Shakespeare's Sonnets Questions and Answers
by William Shakespeare

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In Shakespeare's poem, "Let Me Not to the Marriage of True Minds" the speaker says love "is a star to every wandering bark." The star is functioning as...

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Wallace Field eNotes educator | Certified Educator

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In this sonnet, the star is functioning as something that is constant, something a wanderer could look to in order to get his bearings and know where he is. Without the aid of modern navigational instruments and technology, the traveler on the sea would have to count on the stars to provide something constant by which to steer. The speaker of the poem says, "It is the star [...]," and the it refers directly to love. Thus, the star in the poem is a metaphor for love. A metaphor is a comparison of two unalike things where the poet says that one thing is another. This particular metaphor comparing love to a guiding star suggests that love can provide the same kind of constant reassurance and guidance that the stars can.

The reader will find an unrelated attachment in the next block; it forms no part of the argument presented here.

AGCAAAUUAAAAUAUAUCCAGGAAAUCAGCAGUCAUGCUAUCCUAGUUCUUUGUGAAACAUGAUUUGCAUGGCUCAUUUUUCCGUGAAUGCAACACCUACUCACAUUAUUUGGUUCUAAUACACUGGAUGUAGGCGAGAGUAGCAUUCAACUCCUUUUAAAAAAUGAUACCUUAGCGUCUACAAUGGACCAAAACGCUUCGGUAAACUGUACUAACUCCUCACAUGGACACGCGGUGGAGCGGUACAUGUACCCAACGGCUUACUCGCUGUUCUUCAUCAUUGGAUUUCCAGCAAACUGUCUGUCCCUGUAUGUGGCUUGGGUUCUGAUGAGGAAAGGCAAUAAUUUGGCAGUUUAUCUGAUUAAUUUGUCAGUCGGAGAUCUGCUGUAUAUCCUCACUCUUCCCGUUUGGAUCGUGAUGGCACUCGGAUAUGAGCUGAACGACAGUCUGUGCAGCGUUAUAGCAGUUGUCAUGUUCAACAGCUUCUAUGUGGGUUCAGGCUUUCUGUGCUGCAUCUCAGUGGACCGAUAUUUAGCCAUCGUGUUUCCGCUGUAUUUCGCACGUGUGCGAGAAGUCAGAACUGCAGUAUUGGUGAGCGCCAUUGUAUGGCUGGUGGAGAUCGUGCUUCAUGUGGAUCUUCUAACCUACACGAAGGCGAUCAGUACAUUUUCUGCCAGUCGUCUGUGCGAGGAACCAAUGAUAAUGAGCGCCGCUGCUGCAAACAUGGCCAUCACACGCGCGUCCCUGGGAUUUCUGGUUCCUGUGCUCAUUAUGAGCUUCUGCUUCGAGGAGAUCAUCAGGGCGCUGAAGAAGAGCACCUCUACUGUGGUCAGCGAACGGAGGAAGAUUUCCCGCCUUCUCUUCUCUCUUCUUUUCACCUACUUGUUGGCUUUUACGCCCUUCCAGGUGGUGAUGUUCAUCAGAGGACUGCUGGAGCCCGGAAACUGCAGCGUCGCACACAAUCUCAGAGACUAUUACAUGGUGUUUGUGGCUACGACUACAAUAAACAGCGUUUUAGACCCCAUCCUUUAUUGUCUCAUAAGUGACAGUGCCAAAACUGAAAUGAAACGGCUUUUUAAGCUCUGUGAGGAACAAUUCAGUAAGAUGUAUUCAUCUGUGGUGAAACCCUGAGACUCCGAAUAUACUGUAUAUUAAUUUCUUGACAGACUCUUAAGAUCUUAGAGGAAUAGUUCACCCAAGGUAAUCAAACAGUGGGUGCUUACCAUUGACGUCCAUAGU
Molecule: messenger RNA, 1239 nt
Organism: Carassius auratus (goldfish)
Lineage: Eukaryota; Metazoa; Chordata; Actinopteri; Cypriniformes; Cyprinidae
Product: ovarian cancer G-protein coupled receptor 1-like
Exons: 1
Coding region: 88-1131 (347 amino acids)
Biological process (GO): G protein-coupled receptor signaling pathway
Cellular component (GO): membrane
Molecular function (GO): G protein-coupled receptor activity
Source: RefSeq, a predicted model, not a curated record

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Olen Bruce eNotes educator | Certified Educator

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In Shakespeare's Sonnet 116, the speaker compares love to "a star to every wandering bark." This is a metaphor in which love is compared to the North Star or a constellation that is used by sailors to guide their ships, or "barks." In Shakespeare's time, sailors would often guide their boats at night by looking at the North Star, as it did not change direction in the sky. The North Star provided them with guidance through the dark seas in the days before modern navigational tools.

In this sense, the speaker is saying that love is a force that can guide people when they are lost and that provides them with direction when they are at sea (metaphorically speaking). Therefore, the star in this sonnet functions as a metaphor that stands for the ways in which love can provide people with guidance and direction.

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